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Network Water Quality at a Hospital Center in Morocco: Bacteriological Survey and Relationship with Human Health
Rachid Flouchi 1, 2  
,   Abderrahim Elmniai 3, 4  
,   Mohamed Ben Abbou 5  
,   Ibrahim Touzani 1  
,   Kawtar Fikri-Benbrahim 1  
 
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1
Microbial Biotechnology and Bioactive Molecules Laboratory, Sciences and Technologies Faculty, Sidi Mohamed Ben Abdellah University, Fez, Morocco
2
High Institute of Nursing Professions and Health Techniques annex Taza, Fez, Morocco
3
Human Pathology, Biomedicine and Environment Laboratory, Faculty of Medicine and Pharmacy, Sidi Mohamed Ben Abdellah University, Fez, Morocco
4
Provincial Laboratory of Epidemiology and Environmental Hygiene, DMS Taza, Morocco
5
Natural Resources and Environment Laboratory, Taza Poly Disciplinary Faculty, Sidi Mohamed Ben Abdellah University, Fez, Morocco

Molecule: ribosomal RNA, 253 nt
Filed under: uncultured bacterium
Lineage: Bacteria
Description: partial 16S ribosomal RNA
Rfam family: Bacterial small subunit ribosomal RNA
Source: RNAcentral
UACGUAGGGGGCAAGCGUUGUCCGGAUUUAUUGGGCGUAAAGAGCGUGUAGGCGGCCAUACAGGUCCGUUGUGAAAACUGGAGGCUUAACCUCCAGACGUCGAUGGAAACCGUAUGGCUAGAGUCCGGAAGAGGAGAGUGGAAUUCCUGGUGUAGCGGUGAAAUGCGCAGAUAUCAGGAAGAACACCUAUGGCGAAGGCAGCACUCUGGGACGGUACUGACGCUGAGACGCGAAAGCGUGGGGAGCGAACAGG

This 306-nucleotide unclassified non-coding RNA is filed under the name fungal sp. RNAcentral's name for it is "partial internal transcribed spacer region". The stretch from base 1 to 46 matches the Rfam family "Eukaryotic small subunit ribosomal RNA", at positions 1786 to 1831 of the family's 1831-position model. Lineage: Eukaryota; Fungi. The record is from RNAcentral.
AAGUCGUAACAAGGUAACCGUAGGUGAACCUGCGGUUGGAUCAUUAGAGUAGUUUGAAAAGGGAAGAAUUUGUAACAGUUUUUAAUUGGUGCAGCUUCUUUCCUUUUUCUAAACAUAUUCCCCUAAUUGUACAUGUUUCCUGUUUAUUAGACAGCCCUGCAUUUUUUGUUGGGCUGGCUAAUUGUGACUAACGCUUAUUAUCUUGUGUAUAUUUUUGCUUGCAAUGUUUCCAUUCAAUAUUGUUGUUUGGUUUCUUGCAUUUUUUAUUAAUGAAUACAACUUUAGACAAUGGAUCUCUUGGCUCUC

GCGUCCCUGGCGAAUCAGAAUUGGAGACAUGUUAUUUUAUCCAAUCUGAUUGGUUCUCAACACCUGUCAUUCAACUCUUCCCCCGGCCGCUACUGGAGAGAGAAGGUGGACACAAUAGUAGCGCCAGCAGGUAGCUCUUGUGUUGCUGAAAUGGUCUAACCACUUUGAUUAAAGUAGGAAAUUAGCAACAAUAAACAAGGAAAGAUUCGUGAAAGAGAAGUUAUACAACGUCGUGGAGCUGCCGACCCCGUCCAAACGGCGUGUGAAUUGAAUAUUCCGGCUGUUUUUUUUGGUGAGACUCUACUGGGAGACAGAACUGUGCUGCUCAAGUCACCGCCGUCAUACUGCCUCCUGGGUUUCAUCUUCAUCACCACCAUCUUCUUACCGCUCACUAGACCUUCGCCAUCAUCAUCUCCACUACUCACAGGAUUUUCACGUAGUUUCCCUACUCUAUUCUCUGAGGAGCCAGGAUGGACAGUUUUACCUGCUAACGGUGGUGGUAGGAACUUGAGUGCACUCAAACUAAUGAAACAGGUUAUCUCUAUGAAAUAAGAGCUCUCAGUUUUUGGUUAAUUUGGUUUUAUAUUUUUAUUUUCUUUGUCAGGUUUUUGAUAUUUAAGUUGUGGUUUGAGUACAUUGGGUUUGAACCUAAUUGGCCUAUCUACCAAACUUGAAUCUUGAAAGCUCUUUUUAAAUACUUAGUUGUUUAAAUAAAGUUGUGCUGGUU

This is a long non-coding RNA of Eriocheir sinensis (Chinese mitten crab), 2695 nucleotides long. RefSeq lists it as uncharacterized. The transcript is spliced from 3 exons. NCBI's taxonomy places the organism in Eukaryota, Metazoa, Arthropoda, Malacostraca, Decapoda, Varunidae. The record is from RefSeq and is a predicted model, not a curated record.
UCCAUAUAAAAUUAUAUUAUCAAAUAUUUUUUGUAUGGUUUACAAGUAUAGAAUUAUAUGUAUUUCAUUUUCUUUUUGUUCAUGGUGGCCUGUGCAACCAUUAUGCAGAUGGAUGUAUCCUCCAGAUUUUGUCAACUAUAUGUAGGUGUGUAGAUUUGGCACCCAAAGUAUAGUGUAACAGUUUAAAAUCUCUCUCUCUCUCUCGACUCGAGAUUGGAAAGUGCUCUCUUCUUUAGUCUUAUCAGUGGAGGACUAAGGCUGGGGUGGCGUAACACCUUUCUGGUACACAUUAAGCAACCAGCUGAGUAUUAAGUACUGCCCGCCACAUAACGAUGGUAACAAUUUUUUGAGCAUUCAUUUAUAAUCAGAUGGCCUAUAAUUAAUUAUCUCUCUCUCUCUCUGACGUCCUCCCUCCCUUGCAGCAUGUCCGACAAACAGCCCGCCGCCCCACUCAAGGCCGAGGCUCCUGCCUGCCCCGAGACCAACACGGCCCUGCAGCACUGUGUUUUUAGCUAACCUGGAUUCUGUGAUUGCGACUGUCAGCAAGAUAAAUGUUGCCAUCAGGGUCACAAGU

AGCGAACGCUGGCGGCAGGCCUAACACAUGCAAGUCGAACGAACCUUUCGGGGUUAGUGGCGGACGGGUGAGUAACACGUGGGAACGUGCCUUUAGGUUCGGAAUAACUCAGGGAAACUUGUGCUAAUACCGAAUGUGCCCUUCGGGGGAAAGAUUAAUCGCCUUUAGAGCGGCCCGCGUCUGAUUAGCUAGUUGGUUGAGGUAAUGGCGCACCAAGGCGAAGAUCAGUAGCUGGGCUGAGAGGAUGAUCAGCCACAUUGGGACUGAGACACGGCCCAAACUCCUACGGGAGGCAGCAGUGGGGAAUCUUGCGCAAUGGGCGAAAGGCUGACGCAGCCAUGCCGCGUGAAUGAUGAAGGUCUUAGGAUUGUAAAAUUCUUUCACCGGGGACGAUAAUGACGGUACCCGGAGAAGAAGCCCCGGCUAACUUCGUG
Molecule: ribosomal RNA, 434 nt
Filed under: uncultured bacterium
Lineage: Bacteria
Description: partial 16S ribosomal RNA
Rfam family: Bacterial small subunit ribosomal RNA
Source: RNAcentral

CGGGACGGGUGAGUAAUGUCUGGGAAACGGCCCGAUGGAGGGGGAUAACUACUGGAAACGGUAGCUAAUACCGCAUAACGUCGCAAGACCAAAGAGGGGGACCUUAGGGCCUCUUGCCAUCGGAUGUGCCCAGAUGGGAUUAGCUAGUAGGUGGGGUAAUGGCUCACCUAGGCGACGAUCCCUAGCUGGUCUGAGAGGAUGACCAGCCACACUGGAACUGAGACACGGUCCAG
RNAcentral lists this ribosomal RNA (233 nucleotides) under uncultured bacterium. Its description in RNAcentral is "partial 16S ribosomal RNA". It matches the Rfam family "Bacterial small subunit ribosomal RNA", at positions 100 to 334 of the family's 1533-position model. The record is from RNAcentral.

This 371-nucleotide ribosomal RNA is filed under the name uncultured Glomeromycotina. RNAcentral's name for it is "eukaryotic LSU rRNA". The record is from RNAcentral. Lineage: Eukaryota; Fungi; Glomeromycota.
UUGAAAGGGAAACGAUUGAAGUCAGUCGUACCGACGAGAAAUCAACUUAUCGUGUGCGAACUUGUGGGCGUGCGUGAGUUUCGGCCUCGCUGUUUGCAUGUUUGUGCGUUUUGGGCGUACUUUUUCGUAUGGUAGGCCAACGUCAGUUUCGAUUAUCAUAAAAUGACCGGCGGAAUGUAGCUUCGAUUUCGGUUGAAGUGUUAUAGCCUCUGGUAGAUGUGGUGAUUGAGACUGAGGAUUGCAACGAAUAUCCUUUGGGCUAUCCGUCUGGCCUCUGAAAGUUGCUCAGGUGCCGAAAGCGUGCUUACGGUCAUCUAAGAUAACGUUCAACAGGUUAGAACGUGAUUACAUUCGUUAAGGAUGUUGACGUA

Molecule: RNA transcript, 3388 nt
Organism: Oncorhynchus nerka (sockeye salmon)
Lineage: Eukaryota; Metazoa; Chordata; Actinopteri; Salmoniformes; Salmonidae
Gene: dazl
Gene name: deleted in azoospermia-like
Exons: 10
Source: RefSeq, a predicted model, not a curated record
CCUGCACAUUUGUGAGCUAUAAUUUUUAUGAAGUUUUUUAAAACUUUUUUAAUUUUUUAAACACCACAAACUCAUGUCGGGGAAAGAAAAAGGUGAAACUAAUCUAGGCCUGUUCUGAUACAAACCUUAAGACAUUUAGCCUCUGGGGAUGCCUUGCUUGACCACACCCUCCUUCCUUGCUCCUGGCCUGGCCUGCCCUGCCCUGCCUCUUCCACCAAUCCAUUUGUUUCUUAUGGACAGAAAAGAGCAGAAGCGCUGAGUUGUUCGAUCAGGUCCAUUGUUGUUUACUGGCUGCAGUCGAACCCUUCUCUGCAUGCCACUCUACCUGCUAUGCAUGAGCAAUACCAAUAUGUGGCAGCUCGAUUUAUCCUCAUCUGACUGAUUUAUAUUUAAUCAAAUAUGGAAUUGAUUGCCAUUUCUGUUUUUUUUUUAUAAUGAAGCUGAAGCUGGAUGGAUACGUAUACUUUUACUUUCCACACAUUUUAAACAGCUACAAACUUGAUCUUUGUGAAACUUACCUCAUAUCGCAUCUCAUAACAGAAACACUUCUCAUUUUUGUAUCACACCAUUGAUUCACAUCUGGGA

CORRESPONDING AUTHOR
Rachid Flouchi   

Microbial Biotechnology and Bioactive Molecules Laboratory, Sciences and Technologies Faculty, Sidi Mohamed Ben Abdellah University, Fez, Morocco
Publication date: 2021-10-01
 
J. Ecol. Eng. 2021; 22(9):185–191
 
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ABSTRACT
Water is mandatory for hospitals functioning. Its consumption varies from one service to another, and its use can reduce the service quality on one hand and presents a major risk of nosocomial infection on the other hand. The health risks related to the use of water in hospitals are mostly microbiological but sometimes they can be chemical. For this reason, our work aimed to evaluate, for the first time, the quality and bacteriological efficiency of the network water of the provincial hospital center IBN BAJA in Taza, Northeast Morocco. During one year, 72 samples were analyzed in six surgery departments, one sample per month for each ward at a rate of six samples per month and per department. The results obtained showed that the water quality of the hospital network was in conformity with the requirements of the Moroccan standards. Nonetheless, we found some bacterial strains such as Aeromonas salmonicida spp salmonicida, Enterococcus spp., Pseudomonas luteola, Sphingomonas paucimobilis, Pseudomonas stutzeri, Stenotrophonomas maltophilia, Burkholderia cepacia and Micrococcus luteus, which constitute a major risk to human health. Moreover, after sensitivity evaluation to the twenty-seven antibiotics, some strains have been shown to be multi-resistant, which can present a major risk of nosocomial infections in hospitals for human beings.